If you can't shake the thought of something going majorly wrong during your trip it might be a really good idea to do some "exercises" before going hitchhiking, similar to trying out new things and getting used to that feeling. Meeting people who are strangers to you and making a habit of it might be a perfect place to start - go to a psychedelic festival and meet new people, see that most have good intentions in their hearts and that there is so much upside in daring to start talking to someone you don't yet know, until your ego can start believing and recognizing that overly worrying about the 0.001% of people out there who may be bad is neither helpful nor a particularly good use of your mental resources.
Again: Don't be too self-demanding. Worries and doubts are totally part of getting into this thing, for everyone. These bits of advice are merely meant for those who would love to hitchhike it but can only think of the most terrible things to happen along the way before they ever actually go on their first trip.
And weirdly, I have met a few worriers like that who have stopped hitchhiking altogether after getting mugged or even raped on their first trip with the total conviction that hitchhiking is the most dangerous thing anyone could attempt and the attitude of "I knew this would happen!" - well why then do you go hitchhiking huh? Are you crazy?^^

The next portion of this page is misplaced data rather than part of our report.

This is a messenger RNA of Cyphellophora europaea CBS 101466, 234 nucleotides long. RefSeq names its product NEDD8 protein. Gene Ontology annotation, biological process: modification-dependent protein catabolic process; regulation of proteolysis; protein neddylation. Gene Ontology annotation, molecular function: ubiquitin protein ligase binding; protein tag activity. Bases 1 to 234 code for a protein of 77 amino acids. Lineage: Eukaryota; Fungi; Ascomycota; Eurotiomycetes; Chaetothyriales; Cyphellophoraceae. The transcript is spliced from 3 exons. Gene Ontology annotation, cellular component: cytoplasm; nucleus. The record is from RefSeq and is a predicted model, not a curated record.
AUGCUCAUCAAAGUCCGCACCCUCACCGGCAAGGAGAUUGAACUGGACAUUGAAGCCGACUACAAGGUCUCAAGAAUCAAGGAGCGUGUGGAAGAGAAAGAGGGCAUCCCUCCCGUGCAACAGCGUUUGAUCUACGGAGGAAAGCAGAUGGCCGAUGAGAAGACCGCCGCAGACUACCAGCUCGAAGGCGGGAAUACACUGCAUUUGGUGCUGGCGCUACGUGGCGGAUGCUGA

Funnily though, the vast majority of hitchhikers I have talked to who have traveled to places our media and society regard as totally "off-limits" and "dangerous" never had any problems but instead: Hugely positive experiences. It often leaves one with a drastic need to reassess the narratives of our culture about these places when reality turned out to be a glaringly positive experience...